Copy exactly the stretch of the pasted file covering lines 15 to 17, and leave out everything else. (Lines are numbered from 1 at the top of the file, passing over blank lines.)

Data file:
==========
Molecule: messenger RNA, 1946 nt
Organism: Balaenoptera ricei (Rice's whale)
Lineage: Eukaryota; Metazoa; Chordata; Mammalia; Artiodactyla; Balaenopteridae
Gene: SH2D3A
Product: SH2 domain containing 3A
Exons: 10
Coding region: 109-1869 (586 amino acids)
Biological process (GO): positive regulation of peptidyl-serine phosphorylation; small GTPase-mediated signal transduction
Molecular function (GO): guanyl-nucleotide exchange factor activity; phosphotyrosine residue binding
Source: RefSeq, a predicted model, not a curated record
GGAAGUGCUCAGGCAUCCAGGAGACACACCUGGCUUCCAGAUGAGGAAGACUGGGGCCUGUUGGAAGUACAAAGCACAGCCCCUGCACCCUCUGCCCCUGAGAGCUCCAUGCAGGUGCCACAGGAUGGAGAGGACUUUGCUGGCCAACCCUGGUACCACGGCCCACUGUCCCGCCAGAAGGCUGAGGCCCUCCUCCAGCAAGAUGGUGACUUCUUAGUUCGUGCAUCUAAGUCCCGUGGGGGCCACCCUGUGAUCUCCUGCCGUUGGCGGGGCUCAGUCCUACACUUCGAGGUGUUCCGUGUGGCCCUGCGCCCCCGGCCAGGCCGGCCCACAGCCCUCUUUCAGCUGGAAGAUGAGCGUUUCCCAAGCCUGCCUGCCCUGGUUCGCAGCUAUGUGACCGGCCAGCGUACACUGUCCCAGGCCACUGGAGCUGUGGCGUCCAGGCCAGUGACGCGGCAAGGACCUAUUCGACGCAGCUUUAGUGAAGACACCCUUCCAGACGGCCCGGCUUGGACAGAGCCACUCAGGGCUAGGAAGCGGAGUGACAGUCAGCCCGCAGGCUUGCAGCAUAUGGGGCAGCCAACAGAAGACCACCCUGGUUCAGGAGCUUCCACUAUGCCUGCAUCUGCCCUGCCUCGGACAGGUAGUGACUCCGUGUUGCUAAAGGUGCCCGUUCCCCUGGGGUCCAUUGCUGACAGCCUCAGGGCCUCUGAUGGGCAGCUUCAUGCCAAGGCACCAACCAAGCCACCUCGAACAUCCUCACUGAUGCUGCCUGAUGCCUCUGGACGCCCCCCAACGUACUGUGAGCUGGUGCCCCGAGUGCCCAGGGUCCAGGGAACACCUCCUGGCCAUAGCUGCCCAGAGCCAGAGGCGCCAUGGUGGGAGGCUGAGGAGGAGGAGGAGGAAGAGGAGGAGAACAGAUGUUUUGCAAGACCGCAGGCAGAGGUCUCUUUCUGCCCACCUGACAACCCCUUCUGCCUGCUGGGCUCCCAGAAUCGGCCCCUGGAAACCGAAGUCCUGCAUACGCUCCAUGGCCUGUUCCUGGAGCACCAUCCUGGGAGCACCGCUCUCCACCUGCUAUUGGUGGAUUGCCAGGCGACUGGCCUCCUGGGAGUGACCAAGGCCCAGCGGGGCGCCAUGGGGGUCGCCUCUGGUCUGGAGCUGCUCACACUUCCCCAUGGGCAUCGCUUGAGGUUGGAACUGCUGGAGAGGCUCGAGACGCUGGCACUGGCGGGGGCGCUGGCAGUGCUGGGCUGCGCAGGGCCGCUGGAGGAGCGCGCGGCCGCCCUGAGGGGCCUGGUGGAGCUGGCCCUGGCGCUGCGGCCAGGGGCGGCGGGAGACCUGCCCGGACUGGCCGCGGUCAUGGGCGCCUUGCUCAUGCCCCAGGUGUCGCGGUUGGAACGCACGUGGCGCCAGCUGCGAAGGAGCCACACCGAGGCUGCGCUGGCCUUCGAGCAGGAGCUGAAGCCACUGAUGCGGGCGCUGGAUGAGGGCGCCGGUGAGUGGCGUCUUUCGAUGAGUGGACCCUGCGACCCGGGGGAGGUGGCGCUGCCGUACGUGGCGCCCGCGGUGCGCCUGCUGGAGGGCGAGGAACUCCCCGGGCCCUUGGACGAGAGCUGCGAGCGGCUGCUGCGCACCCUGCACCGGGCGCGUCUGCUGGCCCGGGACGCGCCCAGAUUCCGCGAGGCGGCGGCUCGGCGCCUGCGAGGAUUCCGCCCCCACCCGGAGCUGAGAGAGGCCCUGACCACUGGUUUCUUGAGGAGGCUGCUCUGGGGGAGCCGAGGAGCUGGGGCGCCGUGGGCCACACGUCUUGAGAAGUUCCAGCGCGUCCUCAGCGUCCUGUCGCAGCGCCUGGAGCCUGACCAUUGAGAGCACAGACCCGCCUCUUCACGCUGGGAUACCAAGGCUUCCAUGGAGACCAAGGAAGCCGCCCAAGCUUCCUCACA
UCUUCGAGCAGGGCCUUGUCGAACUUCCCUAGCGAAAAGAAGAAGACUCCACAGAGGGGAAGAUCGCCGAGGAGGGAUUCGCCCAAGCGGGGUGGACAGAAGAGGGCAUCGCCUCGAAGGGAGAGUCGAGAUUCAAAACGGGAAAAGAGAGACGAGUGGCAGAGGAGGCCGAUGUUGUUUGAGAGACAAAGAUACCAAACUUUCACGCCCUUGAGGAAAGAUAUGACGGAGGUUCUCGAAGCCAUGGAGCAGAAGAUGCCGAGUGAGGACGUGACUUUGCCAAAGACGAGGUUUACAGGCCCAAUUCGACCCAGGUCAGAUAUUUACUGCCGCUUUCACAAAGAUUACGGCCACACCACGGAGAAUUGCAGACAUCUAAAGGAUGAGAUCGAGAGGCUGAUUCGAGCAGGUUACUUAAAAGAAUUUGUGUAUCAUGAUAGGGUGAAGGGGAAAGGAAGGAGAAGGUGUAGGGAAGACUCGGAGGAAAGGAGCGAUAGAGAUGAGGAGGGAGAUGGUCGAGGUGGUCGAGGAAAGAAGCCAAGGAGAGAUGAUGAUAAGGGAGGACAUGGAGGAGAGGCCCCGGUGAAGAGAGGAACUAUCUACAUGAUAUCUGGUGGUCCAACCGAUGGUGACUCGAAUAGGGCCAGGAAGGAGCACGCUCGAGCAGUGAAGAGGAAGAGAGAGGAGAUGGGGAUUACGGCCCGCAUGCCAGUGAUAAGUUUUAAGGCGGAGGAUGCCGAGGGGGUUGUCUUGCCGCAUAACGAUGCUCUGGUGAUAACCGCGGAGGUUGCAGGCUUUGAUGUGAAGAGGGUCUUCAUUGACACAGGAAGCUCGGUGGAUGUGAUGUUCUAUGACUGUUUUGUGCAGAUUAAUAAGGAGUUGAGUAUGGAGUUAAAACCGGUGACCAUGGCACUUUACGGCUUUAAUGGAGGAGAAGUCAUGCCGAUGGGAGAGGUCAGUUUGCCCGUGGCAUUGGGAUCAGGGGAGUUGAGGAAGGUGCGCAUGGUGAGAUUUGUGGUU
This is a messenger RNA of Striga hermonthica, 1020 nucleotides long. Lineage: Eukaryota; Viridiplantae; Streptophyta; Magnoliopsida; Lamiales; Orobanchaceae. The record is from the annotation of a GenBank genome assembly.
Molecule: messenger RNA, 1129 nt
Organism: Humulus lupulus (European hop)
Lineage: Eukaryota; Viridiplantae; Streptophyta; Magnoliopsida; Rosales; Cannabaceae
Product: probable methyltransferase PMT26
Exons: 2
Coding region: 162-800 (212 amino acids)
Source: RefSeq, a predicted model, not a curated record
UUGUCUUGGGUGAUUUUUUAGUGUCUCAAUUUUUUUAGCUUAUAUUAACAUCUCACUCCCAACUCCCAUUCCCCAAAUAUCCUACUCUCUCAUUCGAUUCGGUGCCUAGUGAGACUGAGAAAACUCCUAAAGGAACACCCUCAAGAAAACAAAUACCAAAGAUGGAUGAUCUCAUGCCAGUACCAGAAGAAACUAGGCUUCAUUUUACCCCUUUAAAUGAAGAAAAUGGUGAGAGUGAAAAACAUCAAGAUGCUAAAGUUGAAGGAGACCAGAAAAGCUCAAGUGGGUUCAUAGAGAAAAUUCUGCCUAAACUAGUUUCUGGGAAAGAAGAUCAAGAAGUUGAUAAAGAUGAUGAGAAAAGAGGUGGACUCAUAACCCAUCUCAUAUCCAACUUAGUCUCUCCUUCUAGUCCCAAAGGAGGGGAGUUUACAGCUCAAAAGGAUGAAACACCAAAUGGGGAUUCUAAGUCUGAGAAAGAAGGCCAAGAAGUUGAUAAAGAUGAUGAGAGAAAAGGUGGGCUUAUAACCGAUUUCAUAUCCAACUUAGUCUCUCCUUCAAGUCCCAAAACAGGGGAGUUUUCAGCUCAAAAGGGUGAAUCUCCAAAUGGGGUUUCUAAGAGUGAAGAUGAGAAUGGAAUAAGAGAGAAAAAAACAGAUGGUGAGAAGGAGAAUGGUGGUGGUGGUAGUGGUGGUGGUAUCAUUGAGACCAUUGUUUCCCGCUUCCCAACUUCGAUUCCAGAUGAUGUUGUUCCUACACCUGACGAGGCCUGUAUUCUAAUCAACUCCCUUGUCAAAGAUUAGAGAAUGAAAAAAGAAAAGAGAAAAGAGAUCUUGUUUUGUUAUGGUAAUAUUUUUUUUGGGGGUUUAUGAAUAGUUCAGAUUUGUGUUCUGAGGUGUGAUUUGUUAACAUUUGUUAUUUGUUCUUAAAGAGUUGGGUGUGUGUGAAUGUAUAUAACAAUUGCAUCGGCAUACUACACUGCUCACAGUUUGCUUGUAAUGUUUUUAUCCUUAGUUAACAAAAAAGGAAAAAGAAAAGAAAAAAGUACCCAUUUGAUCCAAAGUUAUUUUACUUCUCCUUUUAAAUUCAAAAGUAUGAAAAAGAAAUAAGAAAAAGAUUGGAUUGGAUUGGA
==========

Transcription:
Organism: Humulus lupulus (European hop)
Lineage: Eukaryota; Viridiplantae; Streptophyta; Magnoliopsida; Rosales; Cannabaceae
Product: probable methyltransferase PMT26